Level is among the most frequently measured process variables in industrial plants. Level readings are used for local indication, process automation and visualization in control systems. Additionally, they are crucial for managing inventory and enforcing safety limits for overfill, leak detection or dry-run protection of pumps. Other applications range from automated ordering systems, to communicating low limits to suppliers to streamline the logistic process.
With so many level measurement technologies currently available, it can be difficult for end users to select the right solution for their particular application. Parameters such as changes in temperature, pressure, density, dielectric constant or the measured material can all affect the technology choice. Other important considerations include agitation, foaming, corrosive properties, dust and construction of the tank. The desire to use a single type of instrument for all level measurements is another common factor. Lastly, the selection of a level measurement device may hinge upon unit price, lifecycle cost, ease of mounting, maintenance, accuracy, relevant certifications, and ease of integration into the control system.
Rising labor costs and the need for uninterrupted production are driving interest in electronic measurement technologies. With no moving parts and built-in diagnostics, these solutions enable lower maintenance costs and higher reliability. They also provide significantly lower lifecycle costs than traditional mechanical and electromechanical level instruments.
Today, guided wave radar (GWR) based on time-domain-reflectometry is one of the fastest growing electronic technologies for level measurement in the process industries. GWR sensors are handling applications that previously employed technologies such as capacitance, hydrostatics or ultrasonics. Their common accuracy specification is ±10 mm to ±5 mm (basic models) and ±3 or ±2 mm (advanced models), with a typical repeatability of ±1 mm.
A GWR sensor is mounted at the top of a tank facing down, and sends electromagnetic pulses toward the measured product. It uses the reflected signal to calculate the level in the tank. The measured signal travels along a waveguide that can be made of a stiff metallic rod, flexible wire, or a coaxial construction. GWR sensors are available with certification for hazardous areas and with safety-integrity-level ratings.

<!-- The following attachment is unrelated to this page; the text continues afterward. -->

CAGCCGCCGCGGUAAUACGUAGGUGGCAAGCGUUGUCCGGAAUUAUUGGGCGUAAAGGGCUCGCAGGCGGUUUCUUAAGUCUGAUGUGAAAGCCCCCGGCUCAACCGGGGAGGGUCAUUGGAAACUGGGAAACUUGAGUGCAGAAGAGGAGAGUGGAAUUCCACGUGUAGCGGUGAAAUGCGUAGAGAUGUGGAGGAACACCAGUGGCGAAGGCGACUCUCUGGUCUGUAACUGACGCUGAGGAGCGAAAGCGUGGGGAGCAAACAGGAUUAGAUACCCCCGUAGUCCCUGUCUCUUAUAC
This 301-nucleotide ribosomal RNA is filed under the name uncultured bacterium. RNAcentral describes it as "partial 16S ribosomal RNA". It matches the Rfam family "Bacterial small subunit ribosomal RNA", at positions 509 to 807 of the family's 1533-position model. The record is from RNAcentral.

Experience has shown that GWR technology offers key advantages in a wide range of industrial applications. For example, the GWR measuring signal and reflection are concentrated around the waveguide or inside the waveguide (in the coaxial option), and this narrow path of signal propagation minimizes the potential impact of stray signals caused by construction elements or obstacles in the tank. The concentration of the signal along the waveguide results in a cleaner, stronger signal of the echo reflection. Plus, without the need for an antenna, the GWR’s waveguide can be installed easily through narrow mounting holes or nozzles.
The GWR solution also offers benefits in applications subject to dust, foam and heavy vapors. Where there is a need for interface measurement (such as oil on water), it allows the measuring signal to penetrate the upper product and provide measurement of the lower product. The waveguide can be mounted on an angle or even formed to follow the contours of an irregularly shaped tank.
Like any technology, there are limiting factors to the use of GWR devices. Because their waveguide is in constant contact with the product in the tank, the potential for corrosion exists. Automation suppliers address this concern by offering a variety of process connections and waveguides constructed of corrosion-resistant materials such as type-316 stainless steel, high-nickel alloys or rods coated with perfluoroalkoxy (PFA) polymer.
Movement of the product in the tank can also subject the waveguide to pulling and bending forces acting upon it. However, readily available calculation formulas enable checking that the forces are within the operating limits for a given type and length of waveguide.
GWR deserves consideration for a wide variety of level measurement applications and, indeed, is an excellent fit for many demanding services. The increasing availability of flexible configurations, selection of probes, materials, process connections, certifications, and competitive pricing make it a natural and preferred choice for many applications.
About the Author
Adam Krolak is a marketing product manager for the Honeywell Process Solutions SmartLine level transmitter portfolio. Adam has over 15 years of experience in field instrumentation, including research and development at Honeywell and as a Service Manager at Endress+Hauser. Adam holds a master’s degree in process automation and a management degree. He is an author of several patents and is an active member of the Institute of Electrical and Electronics Engineers (IEEE).